We like our heroes when they're old and frail, maybe even more than when they were young and slashing those heavy swords around. So we liked Charlie Haden a lot when at 76 he rose from his post-polio sickbed to remind us what his whole depth and freedom and lyricism and idealism thing was about. From hillbilly child singer to Ornette Coleman rebel to noir-music revivalist, Haden has carved out a career that looks like nobody else's, and many musicians from multiple genres would name him the acoustic bassist they'd most like to hear. In his weakened condition, would he pluck the big lumber along with his storied Liberation Music Orchestra? We would find out.
This concert burned many memories into our brains. A shriveled Haden edging out of the wings with a cane, broomstick wrists protruding from cuffs. Haden waving those wrists with supple sureness to conduct the 15-piece student ensemble. Haden wiping his wet eyes with paper towels after remembering long-deceased bass soul mate Scott La Faro. An ever more energized Haden, his vocal cords partly paralyzed, slurring (but communicating) as he dealt out tales, jokes and principles. Haden incredulously announcing the death of guitarist Jim Hall, a fellow melodic genius. Haden taking note of the world's horrors and saying, "I know there are reasons," even if he couldn't name any.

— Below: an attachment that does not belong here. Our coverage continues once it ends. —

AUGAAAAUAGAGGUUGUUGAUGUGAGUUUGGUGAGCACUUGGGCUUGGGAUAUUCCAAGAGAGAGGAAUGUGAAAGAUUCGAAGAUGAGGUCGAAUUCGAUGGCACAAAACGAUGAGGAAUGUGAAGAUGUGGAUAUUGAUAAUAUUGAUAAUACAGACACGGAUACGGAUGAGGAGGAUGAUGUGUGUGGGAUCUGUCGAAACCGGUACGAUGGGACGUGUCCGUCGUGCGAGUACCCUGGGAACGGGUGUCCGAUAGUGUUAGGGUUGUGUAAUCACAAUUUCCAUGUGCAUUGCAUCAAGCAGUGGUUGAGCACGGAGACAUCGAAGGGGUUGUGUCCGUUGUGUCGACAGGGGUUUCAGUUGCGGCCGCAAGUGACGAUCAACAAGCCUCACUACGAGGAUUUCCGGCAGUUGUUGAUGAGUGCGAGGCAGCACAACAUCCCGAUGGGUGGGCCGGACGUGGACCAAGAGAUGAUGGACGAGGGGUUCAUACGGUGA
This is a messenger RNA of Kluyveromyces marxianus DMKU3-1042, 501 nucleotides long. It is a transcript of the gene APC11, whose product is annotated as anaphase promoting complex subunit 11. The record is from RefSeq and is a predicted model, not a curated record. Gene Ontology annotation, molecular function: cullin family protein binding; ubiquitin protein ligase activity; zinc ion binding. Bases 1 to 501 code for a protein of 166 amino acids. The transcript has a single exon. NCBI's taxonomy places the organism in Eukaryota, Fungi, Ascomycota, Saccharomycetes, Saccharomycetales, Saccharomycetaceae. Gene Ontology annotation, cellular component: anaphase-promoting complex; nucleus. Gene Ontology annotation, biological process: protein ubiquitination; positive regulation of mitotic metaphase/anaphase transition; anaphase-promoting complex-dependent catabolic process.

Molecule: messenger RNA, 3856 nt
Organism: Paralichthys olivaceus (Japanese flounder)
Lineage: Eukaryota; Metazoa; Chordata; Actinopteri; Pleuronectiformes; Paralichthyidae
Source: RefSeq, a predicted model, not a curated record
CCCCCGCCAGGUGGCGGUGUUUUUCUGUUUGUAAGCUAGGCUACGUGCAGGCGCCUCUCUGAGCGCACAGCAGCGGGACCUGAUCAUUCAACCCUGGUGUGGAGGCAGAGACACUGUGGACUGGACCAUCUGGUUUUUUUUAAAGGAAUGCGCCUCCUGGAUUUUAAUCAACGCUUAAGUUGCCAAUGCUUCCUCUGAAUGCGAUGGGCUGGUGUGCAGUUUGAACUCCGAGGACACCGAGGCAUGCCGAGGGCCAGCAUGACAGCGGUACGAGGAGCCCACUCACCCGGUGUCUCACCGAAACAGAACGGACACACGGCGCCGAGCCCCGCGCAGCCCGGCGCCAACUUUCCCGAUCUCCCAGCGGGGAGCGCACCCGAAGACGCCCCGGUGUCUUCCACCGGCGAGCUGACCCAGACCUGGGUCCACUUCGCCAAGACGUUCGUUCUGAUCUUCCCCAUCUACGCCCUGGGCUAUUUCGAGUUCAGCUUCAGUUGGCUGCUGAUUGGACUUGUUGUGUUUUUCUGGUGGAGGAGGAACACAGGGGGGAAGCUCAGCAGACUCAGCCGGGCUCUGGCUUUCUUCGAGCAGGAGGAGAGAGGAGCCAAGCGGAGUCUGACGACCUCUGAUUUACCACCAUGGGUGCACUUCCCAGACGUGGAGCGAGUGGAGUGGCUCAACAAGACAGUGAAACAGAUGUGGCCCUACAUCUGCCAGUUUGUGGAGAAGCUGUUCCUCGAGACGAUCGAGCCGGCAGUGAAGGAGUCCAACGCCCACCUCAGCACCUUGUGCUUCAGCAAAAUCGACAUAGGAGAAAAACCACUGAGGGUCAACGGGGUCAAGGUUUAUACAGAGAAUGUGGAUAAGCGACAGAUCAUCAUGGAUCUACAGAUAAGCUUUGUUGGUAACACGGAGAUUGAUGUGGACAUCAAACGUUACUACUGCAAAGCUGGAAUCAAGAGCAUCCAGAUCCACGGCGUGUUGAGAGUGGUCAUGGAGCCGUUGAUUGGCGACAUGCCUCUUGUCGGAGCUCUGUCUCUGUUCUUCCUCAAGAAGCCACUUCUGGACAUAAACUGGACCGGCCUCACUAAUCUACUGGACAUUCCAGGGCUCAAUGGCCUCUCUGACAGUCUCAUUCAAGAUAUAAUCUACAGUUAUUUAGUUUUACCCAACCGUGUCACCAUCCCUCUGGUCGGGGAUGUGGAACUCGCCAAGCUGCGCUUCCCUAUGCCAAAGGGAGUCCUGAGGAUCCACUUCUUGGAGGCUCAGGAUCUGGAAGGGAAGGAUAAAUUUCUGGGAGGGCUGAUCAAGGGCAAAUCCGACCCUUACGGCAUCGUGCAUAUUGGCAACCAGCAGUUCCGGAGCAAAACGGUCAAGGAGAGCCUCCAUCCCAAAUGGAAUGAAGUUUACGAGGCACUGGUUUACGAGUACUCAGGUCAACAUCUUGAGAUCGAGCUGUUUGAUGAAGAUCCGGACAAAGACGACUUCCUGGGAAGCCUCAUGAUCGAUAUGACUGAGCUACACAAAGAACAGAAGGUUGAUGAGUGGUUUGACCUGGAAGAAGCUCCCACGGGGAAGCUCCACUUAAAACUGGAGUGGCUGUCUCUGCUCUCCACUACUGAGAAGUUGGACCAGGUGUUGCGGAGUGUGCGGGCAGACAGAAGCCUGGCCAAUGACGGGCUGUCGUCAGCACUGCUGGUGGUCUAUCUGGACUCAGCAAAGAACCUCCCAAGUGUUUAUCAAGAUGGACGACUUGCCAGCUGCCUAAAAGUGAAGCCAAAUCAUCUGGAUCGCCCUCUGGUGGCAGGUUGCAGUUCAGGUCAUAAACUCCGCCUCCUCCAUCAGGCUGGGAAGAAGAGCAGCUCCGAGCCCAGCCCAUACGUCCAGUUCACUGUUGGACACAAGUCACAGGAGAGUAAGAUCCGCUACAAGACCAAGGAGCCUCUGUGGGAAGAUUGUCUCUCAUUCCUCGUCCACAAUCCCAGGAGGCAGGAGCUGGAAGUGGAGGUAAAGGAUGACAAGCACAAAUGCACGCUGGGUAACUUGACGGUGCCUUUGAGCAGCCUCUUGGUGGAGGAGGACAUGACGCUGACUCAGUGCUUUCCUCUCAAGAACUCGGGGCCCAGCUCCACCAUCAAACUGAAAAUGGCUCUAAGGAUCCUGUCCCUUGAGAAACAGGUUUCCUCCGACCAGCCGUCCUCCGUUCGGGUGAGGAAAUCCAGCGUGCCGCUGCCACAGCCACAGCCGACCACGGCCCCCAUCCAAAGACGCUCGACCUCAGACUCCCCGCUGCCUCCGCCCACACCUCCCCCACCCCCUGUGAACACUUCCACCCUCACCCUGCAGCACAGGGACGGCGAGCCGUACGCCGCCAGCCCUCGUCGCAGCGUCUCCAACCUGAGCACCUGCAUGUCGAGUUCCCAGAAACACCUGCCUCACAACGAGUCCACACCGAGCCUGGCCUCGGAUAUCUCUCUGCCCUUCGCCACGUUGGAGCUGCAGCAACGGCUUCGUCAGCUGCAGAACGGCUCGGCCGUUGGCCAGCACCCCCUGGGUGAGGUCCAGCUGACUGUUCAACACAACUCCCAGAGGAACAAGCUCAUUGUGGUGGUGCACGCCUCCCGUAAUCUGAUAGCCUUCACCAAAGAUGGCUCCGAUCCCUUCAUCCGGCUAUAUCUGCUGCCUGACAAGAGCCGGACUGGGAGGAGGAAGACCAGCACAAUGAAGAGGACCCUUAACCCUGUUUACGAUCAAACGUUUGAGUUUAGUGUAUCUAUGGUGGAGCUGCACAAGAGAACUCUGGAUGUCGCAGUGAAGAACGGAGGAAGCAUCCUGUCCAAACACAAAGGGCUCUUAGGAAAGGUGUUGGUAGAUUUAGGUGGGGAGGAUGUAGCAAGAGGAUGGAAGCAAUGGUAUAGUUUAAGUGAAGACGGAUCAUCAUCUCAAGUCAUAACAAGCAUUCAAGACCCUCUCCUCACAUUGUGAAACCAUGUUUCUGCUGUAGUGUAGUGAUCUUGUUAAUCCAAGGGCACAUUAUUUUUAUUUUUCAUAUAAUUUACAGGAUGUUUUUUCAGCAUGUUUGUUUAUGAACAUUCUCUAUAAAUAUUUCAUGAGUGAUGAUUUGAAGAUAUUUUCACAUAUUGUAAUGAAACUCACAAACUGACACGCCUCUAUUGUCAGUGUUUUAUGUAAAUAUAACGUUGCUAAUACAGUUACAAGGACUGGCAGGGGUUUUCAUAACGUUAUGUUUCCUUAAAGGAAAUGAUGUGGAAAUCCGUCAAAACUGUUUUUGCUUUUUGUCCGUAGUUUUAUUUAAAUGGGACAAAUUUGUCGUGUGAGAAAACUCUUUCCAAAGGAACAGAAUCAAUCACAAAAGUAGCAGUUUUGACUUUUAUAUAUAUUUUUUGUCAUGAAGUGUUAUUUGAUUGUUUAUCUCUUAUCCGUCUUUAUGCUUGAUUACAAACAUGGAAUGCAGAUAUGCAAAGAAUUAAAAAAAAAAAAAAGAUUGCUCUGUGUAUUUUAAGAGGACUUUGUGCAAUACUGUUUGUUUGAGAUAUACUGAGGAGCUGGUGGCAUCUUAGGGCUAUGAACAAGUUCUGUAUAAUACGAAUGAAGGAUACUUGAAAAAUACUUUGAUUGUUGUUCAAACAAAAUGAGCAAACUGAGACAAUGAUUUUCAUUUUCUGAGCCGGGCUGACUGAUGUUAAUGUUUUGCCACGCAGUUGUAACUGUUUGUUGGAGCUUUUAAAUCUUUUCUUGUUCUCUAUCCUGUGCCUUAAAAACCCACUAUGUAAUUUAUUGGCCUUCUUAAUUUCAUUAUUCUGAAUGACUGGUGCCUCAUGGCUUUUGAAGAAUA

Associated with CalArts since 1982, Haden takes proper pride in his legacy as an educator, and his choice to center tonight's effort on youth proclaimed the passing of the torch loud and clear. The students played Carla Bley's twisting, softly jarring arrangements with varying levels of skill and a consistent level of commitment, leaving us feeling good about the future of abstract music. Brendan Black blew alto sax with a buttery glow and an Ornettish cry. Clifford Gilmore attacked his trumpet with fluid confidence. Alex Sill's guitar flights showed poise and bouncy imagination.
In tribute to Nelson Mandela, Haden began with a last-minute insertion: "Theme of the African National Congress," stately and hopeful. The often Spanish-inflected compositions by Haden, Bley and Coleman (with nods to "Lift Every Voice and Sing" and "Amazing Grace" in the course of an epic "America the Beautiful" suite) rose up strong and soulful; the inclusion of Dvořák's celestial "Going Home" would have made us cry even if the circumstances hadn't gotten us there already.
And then, after his warrior lament "Sandino" (which stood in for its cousin, Haden's landmark 1969 Liberation Music dirge "Song for Che"), Haden did indeed wrestle his bass off the floor for a spare rendition of the Miles Davis/Bill Evans standard "Blue in Green." Earlier he had exhorted bassist Marcus Buser to "play the story!" -- now, in classic fashion, he showed what he meant. He approached his tale slowly, enriching his big tone with a wide vibrato. He moved from note to note as if stepping up to a precipice to find the best vista. He absorbed the image he'd sought, and though he was facing toward his Orchestra, we knew from many previous encounters that he had squeezed his eyes closed, to hold the feeling inside. He let a gentle chord fade, turned around and told us that was the end. Funny, we can still hear him.
PHOTOS BY FUZZY B.